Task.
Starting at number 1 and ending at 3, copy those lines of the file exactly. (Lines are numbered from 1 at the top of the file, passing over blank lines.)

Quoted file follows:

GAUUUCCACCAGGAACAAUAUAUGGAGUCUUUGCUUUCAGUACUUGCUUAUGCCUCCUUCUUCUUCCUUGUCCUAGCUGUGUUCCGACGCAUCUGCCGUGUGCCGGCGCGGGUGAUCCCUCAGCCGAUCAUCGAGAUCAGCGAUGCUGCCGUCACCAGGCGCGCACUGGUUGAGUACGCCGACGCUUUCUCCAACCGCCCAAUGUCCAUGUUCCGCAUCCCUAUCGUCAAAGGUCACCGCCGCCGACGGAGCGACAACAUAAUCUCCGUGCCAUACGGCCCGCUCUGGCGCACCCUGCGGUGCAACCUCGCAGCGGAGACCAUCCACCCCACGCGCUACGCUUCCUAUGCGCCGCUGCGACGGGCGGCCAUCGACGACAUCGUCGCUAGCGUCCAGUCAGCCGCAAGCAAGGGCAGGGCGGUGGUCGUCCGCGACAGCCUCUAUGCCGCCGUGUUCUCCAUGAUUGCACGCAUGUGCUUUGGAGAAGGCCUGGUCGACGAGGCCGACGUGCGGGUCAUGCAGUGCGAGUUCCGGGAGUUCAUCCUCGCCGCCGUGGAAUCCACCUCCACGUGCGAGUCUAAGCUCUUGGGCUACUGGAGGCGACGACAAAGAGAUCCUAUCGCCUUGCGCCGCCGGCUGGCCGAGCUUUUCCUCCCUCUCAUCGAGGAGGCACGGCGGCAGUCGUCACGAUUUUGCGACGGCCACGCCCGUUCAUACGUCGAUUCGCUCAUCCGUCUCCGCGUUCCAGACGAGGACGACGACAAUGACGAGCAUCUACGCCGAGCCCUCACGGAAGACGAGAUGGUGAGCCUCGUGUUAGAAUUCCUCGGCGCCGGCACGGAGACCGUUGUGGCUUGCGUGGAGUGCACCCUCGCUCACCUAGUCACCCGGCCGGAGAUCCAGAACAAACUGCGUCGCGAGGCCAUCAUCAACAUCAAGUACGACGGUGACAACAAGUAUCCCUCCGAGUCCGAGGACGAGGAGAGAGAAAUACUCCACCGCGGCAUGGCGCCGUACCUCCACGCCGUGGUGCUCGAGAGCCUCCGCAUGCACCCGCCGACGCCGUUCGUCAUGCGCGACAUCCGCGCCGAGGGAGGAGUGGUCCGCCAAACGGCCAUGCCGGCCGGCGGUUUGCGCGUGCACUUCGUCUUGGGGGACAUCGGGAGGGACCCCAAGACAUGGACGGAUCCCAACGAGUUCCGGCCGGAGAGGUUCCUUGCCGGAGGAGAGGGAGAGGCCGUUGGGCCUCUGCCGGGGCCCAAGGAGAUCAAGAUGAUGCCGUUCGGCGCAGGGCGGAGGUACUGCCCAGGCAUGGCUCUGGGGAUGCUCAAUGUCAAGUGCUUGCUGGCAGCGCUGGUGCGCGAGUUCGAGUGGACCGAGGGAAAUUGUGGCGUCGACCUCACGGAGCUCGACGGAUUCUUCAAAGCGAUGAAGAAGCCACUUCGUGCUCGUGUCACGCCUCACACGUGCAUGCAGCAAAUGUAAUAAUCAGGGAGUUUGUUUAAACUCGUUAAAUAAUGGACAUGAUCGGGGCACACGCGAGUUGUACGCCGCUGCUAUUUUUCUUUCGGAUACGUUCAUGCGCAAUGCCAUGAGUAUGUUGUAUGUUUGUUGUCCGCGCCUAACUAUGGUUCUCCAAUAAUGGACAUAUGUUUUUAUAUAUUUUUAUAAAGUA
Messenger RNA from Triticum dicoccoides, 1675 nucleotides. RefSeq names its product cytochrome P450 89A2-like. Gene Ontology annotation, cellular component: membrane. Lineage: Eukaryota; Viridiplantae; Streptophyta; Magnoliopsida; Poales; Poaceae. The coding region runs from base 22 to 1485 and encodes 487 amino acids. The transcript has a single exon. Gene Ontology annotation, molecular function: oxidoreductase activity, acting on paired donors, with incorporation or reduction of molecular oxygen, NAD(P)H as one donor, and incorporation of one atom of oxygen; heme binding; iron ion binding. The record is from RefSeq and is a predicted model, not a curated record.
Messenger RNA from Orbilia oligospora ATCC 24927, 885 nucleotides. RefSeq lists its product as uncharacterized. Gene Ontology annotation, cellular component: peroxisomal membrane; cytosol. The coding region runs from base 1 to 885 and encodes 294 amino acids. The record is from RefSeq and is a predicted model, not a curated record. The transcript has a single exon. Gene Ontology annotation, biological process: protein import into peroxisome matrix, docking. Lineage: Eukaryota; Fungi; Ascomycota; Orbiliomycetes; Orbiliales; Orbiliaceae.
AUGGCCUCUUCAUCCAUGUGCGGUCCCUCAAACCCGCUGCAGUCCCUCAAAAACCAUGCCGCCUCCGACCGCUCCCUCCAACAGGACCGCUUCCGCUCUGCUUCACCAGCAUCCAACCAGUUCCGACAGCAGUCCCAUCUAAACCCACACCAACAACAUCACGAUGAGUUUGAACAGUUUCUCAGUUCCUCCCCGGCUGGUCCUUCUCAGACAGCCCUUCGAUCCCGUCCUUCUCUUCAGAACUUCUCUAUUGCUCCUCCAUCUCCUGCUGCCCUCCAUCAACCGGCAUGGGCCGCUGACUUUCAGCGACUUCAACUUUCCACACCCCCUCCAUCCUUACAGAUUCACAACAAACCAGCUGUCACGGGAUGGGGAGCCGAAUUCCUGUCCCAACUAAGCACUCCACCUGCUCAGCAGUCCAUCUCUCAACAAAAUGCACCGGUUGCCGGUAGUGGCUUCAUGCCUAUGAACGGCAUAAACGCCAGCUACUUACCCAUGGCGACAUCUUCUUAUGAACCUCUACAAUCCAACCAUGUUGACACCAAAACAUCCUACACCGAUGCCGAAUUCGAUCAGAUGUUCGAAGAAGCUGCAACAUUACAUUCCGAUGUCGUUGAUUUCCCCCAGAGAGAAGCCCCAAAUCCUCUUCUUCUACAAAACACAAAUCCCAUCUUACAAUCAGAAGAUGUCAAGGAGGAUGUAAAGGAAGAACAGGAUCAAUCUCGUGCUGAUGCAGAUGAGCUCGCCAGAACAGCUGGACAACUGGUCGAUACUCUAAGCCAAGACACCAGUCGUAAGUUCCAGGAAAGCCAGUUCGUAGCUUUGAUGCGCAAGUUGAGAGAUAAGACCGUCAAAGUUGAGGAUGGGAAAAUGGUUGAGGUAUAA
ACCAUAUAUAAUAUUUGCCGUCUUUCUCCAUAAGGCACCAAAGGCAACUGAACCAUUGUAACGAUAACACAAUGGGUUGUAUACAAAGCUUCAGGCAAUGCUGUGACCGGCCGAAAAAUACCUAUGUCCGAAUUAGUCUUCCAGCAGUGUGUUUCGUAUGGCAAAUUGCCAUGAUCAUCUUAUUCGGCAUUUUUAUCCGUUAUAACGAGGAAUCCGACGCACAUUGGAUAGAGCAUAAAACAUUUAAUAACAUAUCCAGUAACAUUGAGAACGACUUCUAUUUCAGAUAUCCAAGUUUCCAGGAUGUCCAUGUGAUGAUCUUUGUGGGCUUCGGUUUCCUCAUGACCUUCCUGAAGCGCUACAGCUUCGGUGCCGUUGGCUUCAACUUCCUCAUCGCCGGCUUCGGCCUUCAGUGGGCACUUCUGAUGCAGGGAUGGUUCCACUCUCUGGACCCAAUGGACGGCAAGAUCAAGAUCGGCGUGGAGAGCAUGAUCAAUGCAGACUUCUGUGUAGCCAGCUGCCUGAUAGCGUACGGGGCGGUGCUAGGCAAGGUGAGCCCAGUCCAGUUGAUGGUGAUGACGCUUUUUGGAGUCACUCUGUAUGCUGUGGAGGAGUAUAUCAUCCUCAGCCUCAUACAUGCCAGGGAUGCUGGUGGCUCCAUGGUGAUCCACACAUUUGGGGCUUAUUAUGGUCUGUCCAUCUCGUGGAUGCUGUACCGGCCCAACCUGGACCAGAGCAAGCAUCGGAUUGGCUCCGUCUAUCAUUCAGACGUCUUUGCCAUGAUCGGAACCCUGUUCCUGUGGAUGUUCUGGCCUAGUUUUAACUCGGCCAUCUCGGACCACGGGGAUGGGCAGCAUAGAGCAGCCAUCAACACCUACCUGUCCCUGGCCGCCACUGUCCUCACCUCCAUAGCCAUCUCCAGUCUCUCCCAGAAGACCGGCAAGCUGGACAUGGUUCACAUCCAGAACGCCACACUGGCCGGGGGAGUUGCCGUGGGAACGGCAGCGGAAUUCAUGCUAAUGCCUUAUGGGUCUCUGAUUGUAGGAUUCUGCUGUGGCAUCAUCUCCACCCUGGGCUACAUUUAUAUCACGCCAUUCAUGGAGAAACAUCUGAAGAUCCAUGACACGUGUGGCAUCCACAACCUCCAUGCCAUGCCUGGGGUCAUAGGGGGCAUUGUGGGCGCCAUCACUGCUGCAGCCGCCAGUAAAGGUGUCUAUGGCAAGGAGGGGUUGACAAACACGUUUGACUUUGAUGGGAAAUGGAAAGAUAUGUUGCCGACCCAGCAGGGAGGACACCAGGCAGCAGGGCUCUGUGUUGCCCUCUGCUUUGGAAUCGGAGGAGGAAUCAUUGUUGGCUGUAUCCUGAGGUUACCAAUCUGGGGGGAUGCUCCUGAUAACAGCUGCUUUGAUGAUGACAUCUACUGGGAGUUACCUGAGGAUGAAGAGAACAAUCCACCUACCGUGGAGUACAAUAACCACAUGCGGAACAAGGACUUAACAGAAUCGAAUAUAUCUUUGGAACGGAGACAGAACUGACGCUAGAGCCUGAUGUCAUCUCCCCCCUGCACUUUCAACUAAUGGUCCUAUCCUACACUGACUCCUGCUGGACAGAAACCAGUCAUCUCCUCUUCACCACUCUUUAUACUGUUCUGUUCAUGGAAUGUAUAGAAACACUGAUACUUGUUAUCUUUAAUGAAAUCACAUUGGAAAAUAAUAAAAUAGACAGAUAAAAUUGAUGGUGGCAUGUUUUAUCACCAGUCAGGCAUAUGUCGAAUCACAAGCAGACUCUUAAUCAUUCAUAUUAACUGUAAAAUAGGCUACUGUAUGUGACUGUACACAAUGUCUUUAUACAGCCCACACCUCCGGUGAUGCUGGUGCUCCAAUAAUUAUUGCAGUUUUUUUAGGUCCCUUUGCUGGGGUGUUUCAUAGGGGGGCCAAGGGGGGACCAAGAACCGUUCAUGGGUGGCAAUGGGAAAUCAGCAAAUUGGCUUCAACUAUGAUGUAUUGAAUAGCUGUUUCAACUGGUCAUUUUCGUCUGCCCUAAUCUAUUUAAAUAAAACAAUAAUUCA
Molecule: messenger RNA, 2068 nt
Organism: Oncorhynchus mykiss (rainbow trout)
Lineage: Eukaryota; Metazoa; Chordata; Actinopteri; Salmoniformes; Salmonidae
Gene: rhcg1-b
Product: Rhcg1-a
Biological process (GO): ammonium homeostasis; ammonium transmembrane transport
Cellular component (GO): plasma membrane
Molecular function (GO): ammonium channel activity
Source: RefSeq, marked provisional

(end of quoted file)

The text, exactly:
GAUUUCCACCAGGAACAAUAUAUGGAGUCUUUGCUUUCAGUACUUGCUUAUGCCUCCUUCUUCUUCCUUGUCCUAGCUGUGUUCCGACGCAUCUGCCGUGUGCCGGCGCGGGUGAUCCCUCAGCCGAUCAUCGAGAUCAGCGAUGCUGCCGUCACCAGGCGCGCACUGGUUGAGUACGCCGACGCUUUCUCCAACCGCCCAAUGUCCAUGUUCCGCAUCCCUAUCGUCAAAGGUCACCGCCGCCGACGGAGCGACAACAUAAUCUCCGUGCCAUACGGCCCGCUCUGGCGCACCCUGCGGUGCAACCUCGCAGCGGAGACCAUCCACCCCACGCGCUACGCUUCCUAUGCGCCGCUGCGACGGGCGGCCAUCGACGACAUCGUCGCUAGCGUCCAGUCAGCCGCAAGCAAGGGCAGGGCGGUGGUCGUCCGCGACAGCCUCUAUGCCGCCGUGUUCUCCAUGAUUGCACGCAUGUGCUUUGGAGAAGGCCUGGUCGACGAGGCCGACGUGCGGGUCAUGCAGUGCGAGUUCCGGGAGUUCAUCCUCGCCGCCGUGGAAUCCACCUCCACGUGCGAGUCUAAGCUCUUGGGCUACUGGAGGCGACGACAAAGAGAUCCUAUCGCCUUGCGCCGCCGGCUGGCCGAGCUUUUCCUCCCUCUCAUCGAGGAGGCACGGCGGCAGUCGUCACGAUUUUGCGACGGCCACGCCCGUUCAUACGUCGAUUCGCUCAUCCGUCUCCGCGUUCCAGACGAGGACGACGACAAUGACGAGCAUCUACGCCGAGCCCUCACGGAAGACGAGAUGGUGAGCCUCGUGUUAGAAUUCCUCGGCGCCGGCACGGAGACCGUUGUGGCUUGCGUGGAGUGCACCCUCGCUCACCUAGUCACCCGGCCGGAGAUCCAGAACAAACUGCGUCGCGAGGCCAUCAUCAACAUCAAGUACGACGGUGACAACAAGUAUCCCUCCGAGUCCGAGGACGAGGAGAGAGAAAUACUCCACCGCGGCAUGGCGCCGUACCUCCACGCCGUGGUGCUCGAGAGCCUCCGCAUGCACCCGCCGACGCCGUUCGUCAUGCGCGACAUCCGCGCCGAGGGAGGAGUGGUCCGCCAAACGGCCAUGCCGGCCGGCGGUUUGCGCGUGCACUUCGUCUUGGGGGACAUCGGGAGGGACCCCAAGACAUGGACGGAUCCCAACGAGUUCCGGCCGGAGAGGUUCCUUGCCGGAGGAGAGGGAGAGGCCGUUGGGCCUCUGCCGGGGCCCAAGGAGAUCAAGAUGAUGCCGUUCGGCGCAGGGCGGAGGUACUGCCCAGGCAUGGCUCUGGGGAUGCUCAAUGUCAAGUGCUUGCUGGCAGCGCUGGUGCGCGAGUUCGAGUGGACCGAGGGAAAUUGUGGCGUCGACCUCACGGAGCUCGACGGAUUCUUCAAAGCGAUGAAGAAGCCACUUCGUGCUCGUGUCACGCCUCACACGUGCAUGCAGCAAAUGUAAUAAUCAGGGAGUUUGUUUAAACUCGUUAAAUAAUGGACAUGAUCGGGGCACACGCGAGUUGUACGCCGCUGCUAUUUUUCUUUCGGAUACGUUCAUGCGCAAUGCCAUGAGUAUGUUGUAUGUUUGUUGUCCGCGCCUAACUAUGGUUCUCCAAUAAUGGACAUAUGUUUUUAUAUAUUUUUAUAAAGUA
Messenger RNA from Triticum dicoccoides, 1675 nucleotides. RefSeq names its product cytochrome P450 89A2-like. Gene Ontology annotation, cellular component: membrane. Lineage: Eukaryota; Viridiplantae; Streptophyta; Magnoliopsida; Poales; Poaceae. The coding region runs from base 22 to 1485 and encodes 487 amino acids. The transcript has a single exon. Gene Ontology annotation, molecular function: oxidoreductase activity, acting on paired donors, with incorporation or reduction of molecular oxygen, NAD(P)H as one donor, and incorporation of one atom of oxygen; heme binding; iron ion binding. The record is from RefSeq and is a predicted model, not a curated record.
Messenger RNA from Orbilia oligospora ATCC 24927, 885 nucleotides. RefSeq lists its product as uncharacterized. Gene Ontology annotation, cellular component: peroxisomal membrane; cytosol. The coding region runs from base 1 to 885 and encodes 294 amino acids. The record is from RefSeq and is a predicted model, not a curated record. The transcript has a single exon. Gene Ontology annotation, biological process: protein import into peroxisome matrix, docking. Lineage: Eukaryota; Fungi; Ascomycota; Orbiliomycetes; Orbiliales; Orbiliaceae.